Training and Turnover Remain Biggest Hurdles for Employers

Training takes time. This is why turnover is one of the hardest things for an employer to face, whether that turnover occurs in an essential or non-essential role. Even when the most replaceable position needs to be filled, the time it takes to interview, hire, and train any employee is time you don’t have. It also takes funds. Funds to offset lost productivity and the hiring process. Chances are you haven’t budgeted for that expense, so all the more reason to look to avoid it altogether.

Turning the B-Team into the A-Team

Let’s assume you have made a hire, but they’re not exactly what they claimed to be in the interview. Or you have an existing employee who just can’t seem to grasp what you’re giving them. The bad news is that you’re not in a position to throw in the towel and start fresh. People aren’t disposable. Even if you terminate the individual, you’ll be left with not only the cost of the turnover but potentially the cost of an unemployment claim. That’s why it is so important to have a way to keep your current employees from leaving.

In any workplace, you will encounter varying levels of investment. People call out sick, people suffer from burnout, people make mistakes. It’s all a part of being human. Regardless, there is still a job that needs to be done, and the choice comes down to either putting the time and effort into the employees you currently have or getting rid of them and starting with another.

In either case, you still have to train an employee, and you have to commit to them. Managing can be difficult, but remembering these three P’s can make all the difference.

Practice

Everyone learns in a different way. The four different types of learning are visual, auditory, reading/writing, and kinesthetic. Visual learners prefer to see info and visualize relationships between ideas. They do best with charts and graphics and developed visual presentations.

Auditory learners prefer to hear info rather than reading it or seeing it displayed visually. They like to recite information out loud to remember it. By giving these learners a chance to repeat your points back to you, you can increase retention. Reading/writing learners learn best when interacting with text. Presenting these learners with quizzes or handouts, or allowing them to write notes, will do wonders for them. Lastly, kinesthetic learners are hands-on, experimental learners that learn best by doing.

By figuring out what kind of learner you are working with, you can make your job as trainer all the easier. Make sure you ask questions about your employees’ preferred style of learning and give them an ample amount of time to master the task. Think about it like you’re teaching a child how to ride a bike. First you have to start with training wheels until they get the hang of the process. Once you take them off, you can determine whether they figured out the process or need more guidance from you. The adage “practice makes perfect” exists for a reason.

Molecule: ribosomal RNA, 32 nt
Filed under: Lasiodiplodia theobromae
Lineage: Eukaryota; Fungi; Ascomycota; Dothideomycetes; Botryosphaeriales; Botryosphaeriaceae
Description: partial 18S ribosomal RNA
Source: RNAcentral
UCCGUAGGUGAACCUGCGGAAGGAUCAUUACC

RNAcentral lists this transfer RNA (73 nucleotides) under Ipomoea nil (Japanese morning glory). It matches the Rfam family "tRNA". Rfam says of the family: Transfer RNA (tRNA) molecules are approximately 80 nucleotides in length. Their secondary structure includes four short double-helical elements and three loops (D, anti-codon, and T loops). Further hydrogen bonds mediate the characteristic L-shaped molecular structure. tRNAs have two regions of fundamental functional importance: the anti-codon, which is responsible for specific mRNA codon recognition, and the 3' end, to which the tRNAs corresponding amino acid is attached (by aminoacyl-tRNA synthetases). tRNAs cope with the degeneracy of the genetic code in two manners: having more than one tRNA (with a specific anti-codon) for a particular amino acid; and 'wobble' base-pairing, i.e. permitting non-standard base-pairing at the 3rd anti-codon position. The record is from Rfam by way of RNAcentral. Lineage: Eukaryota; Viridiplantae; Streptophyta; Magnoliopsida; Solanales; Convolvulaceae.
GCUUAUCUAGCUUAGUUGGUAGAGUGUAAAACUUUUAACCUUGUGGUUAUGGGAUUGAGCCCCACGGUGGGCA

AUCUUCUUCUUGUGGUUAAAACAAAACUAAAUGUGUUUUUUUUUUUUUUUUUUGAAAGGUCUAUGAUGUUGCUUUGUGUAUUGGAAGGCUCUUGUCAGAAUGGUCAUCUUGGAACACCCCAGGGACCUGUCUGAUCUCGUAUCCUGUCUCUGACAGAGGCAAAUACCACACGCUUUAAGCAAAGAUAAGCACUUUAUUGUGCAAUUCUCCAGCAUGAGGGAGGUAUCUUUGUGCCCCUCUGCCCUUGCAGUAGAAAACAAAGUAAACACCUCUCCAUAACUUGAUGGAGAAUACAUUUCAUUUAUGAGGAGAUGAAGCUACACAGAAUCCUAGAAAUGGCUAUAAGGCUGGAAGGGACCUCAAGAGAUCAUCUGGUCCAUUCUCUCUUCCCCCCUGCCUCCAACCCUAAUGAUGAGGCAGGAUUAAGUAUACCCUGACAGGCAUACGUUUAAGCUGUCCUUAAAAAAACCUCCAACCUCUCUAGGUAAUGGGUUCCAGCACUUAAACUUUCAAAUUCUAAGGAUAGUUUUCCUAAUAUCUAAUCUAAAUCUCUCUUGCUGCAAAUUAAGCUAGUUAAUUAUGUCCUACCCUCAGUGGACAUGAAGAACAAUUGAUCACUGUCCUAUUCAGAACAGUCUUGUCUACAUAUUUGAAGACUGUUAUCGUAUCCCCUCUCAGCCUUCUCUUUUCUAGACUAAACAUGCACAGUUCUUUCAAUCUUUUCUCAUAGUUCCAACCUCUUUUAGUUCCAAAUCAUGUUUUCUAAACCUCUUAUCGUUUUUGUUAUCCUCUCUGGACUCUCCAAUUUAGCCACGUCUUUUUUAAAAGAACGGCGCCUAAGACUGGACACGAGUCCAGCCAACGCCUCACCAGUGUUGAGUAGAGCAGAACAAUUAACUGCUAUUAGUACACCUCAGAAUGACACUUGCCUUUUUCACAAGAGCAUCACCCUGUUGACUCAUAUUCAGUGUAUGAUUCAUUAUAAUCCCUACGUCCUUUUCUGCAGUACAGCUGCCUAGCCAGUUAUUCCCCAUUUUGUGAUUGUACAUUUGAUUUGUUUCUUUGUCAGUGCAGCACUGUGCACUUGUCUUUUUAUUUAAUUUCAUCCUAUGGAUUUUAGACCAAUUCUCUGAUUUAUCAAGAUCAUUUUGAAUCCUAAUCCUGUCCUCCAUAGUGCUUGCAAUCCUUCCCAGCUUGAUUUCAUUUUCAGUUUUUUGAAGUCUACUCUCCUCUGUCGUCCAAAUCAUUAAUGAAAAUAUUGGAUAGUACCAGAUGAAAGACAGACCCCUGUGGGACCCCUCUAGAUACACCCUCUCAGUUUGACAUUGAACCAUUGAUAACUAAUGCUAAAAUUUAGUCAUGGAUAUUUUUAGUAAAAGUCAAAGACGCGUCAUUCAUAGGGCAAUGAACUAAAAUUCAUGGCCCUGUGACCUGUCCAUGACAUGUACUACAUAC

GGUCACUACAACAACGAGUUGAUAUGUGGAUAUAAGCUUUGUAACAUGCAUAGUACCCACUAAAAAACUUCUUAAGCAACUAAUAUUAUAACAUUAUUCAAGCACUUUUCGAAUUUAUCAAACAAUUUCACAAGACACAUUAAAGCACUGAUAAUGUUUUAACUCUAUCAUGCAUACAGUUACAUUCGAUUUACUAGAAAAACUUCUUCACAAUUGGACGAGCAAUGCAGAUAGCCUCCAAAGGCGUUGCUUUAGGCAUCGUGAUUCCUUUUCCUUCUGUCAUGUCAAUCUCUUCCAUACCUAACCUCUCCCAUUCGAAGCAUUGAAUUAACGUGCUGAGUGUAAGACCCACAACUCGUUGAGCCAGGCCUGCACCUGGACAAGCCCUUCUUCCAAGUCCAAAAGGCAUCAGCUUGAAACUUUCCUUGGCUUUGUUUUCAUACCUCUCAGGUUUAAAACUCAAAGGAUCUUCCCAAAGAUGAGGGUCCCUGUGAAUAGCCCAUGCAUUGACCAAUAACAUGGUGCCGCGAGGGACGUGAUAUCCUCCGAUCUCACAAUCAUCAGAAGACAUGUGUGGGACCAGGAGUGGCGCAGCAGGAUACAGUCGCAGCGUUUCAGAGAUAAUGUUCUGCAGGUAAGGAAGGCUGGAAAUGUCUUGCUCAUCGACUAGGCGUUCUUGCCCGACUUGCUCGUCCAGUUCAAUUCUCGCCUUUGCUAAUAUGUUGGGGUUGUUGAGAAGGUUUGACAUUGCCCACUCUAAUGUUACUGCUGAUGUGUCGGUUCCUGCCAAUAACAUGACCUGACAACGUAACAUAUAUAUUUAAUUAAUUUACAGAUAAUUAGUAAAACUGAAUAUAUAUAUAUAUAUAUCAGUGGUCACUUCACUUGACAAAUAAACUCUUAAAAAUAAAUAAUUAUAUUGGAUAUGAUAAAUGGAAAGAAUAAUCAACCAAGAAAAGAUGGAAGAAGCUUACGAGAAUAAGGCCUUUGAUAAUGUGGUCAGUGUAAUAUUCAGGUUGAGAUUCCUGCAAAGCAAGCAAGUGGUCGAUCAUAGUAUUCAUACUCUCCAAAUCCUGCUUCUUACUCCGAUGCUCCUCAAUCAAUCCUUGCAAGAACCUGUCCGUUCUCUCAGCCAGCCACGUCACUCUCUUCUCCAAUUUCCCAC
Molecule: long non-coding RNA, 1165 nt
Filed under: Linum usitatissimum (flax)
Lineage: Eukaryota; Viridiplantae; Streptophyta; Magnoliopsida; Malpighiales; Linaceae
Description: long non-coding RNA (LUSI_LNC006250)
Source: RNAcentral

Patience

Throughout this entire process, patience is critical to success. Patience allows you as the trainer to remain calm and level-headed when providing the appropriate tutorials for your employee, whether they are new or just learning a new task. When you remain calm and invested, you will see that reciprocated by your employee.

It’s important to manage your own expectations as a trainer. Your employee may not get everything on the first try.

On the other hand, sometimes they might figure it out quickly but lack the speed to perform the task as expected. Not everyone can be on their A-game at all times, and it’s unrealistic to expect that from your employees. As a manager, you set the tone for your work environment.

Positive Reinforcement

Positive reinforcement is a key tool in employee motivation. This is the practice of rewarding desirable employee behavior in order to strengthen that behavior. It has many advantages as a communication tool such as clearly defining and communicating expectations. It reinforces an employee’s behavior immediately after completing a task.

As we mentioned above, lack of reinforcement leads to job dissatisfaction, and can decrease productivity. Employees that are rewarded in this way increase self-confidence and become eager to learn new techniques, take advanced training, and accept more responsibility.

Constructive criticism is equally important to address potential problems or shortcomings that need to be improved. Be specific and concrete when engaging in this manner. If an employee is going to understand what you have to say or how he or she is to improve, it needs to be a dialogue.